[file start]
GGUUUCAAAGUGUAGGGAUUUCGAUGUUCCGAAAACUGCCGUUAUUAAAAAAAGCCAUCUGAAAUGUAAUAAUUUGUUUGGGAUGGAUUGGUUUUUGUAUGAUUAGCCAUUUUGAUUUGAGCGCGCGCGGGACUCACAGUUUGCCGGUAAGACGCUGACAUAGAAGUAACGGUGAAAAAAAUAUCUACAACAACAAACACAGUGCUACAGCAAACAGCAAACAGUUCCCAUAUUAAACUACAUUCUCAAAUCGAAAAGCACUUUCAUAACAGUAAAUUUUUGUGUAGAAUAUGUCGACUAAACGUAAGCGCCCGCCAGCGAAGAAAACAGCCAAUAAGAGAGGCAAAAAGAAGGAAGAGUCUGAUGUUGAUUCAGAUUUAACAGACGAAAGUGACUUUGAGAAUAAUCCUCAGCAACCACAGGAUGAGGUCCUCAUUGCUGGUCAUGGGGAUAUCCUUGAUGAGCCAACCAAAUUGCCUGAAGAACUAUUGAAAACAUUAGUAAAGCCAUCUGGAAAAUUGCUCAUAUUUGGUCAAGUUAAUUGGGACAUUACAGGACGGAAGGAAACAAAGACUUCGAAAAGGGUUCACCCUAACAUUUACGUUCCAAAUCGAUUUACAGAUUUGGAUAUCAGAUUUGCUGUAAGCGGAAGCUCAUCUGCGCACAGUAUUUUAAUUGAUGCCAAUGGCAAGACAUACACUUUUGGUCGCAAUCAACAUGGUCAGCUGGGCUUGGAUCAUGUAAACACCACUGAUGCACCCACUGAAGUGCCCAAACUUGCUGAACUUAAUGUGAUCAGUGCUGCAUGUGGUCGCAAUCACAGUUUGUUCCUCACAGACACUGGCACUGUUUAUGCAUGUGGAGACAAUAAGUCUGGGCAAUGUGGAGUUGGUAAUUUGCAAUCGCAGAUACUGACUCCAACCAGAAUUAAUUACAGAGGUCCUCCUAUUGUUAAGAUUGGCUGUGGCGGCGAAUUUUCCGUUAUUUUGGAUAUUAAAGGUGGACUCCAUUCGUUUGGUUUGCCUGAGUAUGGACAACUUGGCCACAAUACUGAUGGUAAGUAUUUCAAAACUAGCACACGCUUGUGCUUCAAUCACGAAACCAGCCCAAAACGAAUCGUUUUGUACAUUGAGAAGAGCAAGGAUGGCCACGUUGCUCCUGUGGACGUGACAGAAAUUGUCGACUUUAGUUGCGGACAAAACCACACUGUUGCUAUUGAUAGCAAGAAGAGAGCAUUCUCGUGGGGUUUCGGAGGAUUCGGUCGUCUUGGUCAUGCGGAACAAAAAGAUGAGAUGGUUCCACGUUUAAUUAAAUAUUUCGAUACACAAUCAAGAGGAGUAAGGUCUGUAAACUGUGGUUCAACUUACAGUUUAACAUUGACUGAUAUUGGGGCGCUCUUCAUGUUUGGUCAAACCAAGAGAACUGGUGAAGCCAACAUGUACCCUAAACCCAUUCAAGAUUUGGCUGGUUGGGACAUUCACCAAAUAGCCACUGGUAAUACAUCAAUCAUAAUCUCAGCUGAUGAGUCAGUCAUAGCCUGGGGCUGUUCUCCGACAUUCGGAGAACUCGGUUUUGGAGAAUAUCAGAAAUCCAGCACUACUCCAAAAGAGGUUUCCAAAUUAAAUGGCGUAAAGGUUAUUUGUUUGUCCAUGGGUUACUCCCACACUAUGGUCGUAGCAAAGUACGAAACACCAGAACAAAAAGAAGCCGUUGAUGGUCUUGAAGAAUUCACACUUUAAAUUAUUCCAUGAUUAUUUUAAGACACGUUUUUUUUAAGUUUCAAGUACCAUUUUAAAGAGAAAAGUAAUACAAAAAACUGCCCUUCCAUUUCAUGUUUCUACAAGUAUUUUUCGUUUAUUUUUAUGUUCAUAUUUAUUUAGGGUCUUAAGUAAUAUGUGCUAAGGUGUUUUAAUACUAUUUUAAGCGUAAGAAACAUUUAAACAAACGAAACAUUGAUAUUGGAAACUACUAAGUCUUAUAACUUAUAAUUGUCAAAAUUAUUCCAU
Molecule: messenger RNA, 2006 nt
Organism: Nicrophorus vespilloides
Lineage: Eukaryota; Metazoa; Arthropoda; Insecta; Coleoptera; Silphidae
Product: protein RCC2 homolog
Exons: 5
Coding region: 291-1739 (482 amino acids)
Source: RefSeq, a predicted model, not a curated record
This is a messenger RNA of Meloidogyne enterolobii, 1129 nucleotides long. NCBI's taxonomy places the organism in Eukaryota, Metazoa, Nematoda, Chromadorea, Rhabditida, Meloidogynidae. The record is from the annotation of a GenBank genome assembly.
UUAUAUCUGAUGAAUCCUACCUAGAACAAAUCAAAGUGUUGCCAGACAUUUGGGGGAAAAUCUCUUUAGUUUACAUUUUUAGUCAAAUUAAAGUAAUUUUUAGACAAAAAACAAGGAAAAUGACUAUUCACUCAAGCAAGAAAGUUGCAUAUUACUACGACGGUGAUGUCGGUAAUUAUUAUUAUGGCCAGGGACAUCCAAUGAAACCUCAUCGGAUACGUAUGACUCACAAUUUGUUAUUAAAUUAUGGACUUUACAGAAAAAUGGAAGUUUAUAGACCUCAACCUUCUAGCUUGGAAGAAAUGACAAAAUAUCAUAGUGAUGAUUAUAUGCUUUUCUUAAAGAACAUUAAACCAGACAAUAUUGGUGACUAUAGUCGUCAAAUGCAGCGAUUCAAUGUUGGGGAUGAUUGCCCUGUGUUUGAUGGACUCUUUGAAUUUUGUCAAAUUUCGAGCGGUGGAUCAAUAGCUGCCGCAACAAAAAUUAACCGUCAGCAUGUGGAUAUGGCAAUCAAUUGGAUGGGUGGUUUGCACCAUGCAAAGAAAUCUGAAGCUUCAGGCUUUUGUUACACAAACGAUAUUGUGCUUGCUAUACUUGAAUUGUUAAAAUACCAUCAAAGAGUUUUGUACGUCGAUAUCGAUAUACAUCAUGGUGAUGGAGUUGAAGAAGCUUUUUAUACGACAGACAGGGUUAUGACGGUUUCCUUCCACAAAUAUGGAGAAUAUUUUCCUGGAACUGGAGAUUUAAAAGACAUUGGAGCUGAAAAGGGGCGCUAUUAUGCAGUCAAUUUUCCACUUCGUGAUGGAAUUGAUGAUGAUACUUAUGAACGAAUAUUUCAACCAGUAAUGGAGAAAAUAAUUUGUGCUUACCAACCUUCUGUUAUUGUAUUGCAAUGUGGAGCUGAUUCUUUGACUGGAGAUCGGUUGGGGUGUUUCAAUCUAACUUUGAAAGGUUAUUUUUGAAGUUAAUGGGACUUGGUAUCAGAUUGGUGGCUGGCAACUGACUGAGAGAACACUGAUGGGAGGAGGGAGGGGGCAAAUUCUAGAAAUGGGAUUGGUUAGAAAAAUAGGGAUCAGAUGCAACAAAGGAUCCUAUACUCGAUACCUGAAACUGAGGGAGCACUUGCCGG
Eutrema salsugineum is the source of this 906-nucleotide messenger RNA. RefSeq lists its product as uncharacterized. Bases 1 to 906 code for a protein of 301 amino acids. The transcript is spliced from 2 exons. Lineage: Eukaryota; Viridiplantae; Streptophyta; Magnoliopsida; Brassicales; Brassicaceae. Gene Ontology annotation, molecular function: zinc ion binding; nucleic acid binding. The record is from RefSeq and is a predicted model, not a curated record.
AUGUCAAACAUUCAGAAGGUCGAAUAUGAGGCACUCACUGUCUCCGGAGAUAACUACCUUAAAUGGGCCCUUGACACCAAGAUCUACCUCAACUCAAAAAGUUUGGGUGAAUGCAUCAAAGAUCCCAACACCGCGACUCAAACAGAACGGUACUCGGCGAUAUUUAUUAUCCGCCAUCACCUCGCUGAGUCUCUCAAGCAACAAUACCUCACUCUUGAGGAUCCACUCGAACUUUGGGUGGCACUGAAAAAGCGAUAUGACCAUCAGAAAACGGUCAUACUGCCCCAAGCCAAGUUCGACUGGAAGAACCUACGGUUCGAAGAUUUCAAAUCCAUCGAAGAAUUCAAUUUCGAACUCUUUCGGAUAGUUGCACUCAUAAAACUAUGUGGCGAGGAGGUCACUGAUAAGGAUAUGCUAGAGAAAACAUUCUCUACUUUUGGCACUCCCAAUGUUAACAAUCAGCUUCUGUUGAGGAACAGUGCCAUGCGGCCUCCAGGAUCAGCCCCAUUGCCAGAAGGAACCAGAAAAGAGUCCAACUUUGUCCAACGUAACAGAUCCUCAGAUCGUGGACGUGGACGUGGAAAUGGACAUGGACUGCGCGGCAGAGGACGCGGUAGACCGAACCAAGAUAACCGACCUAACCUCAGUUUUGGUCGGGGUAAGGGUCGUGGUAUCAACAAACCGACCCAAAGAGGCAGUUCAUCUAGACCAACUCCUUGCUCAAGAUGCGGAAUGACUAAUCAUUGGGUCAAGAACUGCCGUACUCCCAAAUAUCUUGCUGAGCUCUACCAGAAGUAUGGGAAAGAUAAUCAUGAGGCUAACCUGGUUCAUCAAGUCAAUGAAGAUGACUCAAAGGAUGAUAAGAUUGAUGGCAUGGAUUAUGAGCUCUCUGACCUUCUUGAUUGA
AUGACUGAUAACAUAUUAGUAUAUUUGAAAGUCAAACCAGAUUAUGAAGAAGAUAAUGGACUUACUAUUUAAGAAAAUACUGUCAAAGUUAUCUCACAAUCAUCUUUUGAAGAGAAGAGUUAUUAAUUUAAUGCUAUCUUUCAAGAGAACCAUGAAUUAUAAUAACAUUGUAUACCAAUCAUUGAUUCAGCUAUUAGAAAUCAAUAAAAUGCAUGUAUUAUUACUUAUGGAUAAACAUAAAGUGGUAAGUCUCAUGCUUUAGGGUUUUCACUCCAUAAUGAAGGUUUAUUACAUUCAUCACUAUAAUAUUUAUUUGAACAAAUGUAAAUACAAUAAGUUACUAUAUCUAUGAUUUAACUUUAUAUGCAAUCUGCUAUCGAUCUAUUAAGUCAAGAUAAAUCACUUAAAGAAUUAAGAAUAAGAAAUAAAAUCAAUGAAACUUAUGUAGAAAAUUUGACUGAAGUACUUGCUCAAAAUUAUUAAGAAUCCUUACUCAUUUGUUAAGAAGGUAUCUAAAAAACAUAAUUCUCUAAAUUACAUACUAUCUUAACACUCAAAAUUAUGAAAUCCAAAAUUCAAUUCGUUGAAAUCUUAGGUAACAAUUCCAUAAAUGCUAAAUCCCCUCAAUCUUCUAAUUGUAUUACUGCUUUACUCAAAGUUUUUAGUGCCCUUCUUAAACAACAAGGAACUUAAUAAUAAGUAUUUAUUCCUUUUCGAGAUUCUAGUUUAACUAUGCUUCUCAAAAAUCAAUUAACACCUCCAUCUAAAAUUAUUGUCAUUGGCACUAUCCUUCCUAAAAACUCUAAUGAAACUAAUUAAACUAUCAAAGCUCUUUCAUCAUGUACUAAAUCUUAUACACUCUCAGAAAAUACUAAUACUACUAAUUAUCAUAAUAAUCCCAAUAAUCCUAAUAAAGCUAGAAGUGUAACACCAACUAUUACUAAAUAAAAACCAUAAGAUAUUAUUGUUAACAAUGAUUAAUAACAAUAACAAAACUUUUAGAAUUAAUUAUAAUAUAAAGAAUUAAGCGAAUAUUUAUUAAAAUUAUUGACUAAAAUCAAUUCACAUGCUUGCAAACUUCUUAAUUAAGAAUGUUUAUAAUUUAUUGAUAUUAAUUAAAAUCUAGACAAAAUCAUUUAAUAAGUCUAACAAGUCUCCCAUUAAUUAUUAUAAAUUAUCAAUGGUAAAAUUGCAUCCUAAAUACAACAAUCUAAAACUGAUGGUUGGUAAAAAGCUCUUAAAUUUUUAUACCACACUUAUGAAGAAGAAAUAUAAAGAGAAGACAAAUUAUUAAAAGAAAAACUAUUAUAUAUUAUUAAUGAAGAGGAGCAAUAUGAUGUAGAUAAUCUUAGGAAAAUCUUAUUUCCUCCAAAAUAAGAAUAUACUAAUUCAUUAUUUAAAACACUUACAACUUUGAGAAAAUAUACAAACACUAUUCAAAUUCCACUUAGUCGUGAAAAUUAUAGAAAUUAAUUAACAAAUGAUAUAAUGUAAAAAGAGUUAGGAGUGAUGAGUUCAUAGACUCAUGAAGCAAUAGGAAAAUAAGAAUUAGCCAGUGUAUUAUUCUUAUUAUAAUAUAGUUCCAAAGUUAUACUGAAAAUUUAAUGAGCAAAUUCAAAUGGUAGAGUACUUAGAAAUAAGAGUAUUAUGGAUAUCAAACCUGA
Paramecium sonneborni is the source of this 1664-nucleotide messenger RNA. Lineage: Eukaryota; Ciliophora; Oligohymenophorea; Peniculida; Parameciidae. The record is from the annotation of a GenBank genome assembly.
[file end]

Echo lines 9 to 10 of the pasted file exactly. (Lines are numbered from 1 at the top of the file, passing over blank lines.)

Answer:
This is a messenger RNA of Meloidogyne enterolobii, 1129 nucleotides long. NCBI's taxonomy places the organism in Eukaryota, Metazoa, Nematoda, Chromadorea, Rhabditida, Meloidogynidae. The record is from the annotation of a GenBank genome assembly.
UUAUAUCUGAUGAAUCCUACCUAGAACAAAUCAAAGUGUUGCCAGACAUUUGGGGGAAAAUCUCUUUAGUUUACAUUUUUAGUCAAAUUAAAGUAAUUUUUAGACAAAAAACAAGGAAAAUGACUAUUCACUCAAGCAAGAAAGUUGCAUAUUACUACGACGGUGAUGUCGGUAAUUAUUAUUAUGGCCAGGGACAUCCAAUGAAACCUCAUCGGAUACGUAUGACUCACAAUUUGUUAUUAAAUUAUGGACUUUACAGAAAAAUGGAAGUUUAUAGACCUCAACCUUCUAGCUUGGAAGAAAUGACAAAAUAUCAUAGUGAUGAUUAUAUGCUUUUCUUAAAGAACAUUAAACCAGACAAUAUUGGUGACUAUAGUCGUCAAAUGCAGCGAUUCAAUGUUGGGGAUGAUUGCCCUGUGUUUGAUGGACUCUUUGAAUUUUGUCAAAUUUCGAGCGGUGGAUCAAUAGCUGCCGCAACAAAAAUUAACCGUCAGCAUGUGGAUAUGGCAAUCAAUUGGAUGGGUGGUUUGCACCAUGCAAAGAAAUCUGAAGCUUCAGGCUUUUGUUACACAAACGAUAUUGUGCUUGCUAUACUUGAAUUGUUAAAAUACCAUCAAAGAGUUUUGUACGUCGAUAUCGAUAUACAUCAUGGUGAUGGAGUUGAAGAAGCUUUUUAUACGACAGACAGGGUUAUGACGGUUUCCUUCCACAAAUAUGGAGAAUAUUUUCCUGGAACUGGAGAUUUAAAAGACAUUGGAGCUGAAAAGGGGCGCUAUUAUGCAGUCAAUUUUCCACUUCGUGAUGGAAUUGAUGAUGAUACUUAUGAACGAAUAUUUCAACCAGUAAUGGAGAAAAUAAUUUGUGCUUACCAACCUUCUGUUAUUGUAUUGCAAUGUGGAGCUGAUUCUUUGACUGGAGAUCGGUUGGGGUGUUUCAAUCUAACUUUGAAAGGUUAUUUUUGAAGUUAAUGGGACUUGGUAUCAGAUUGGUGGCUGGCAACUGACUGAGAGAACACUGAUGGGAGGAGGGAGGGGGCAAAUUCUAGAAAUGGGAUUGGUUAGAAAAAUAGGGAUCAGAUGCAACAAAGGAUCCUAUACUCGAUACCUGAAACUGAGGGAGCACUUGCCGG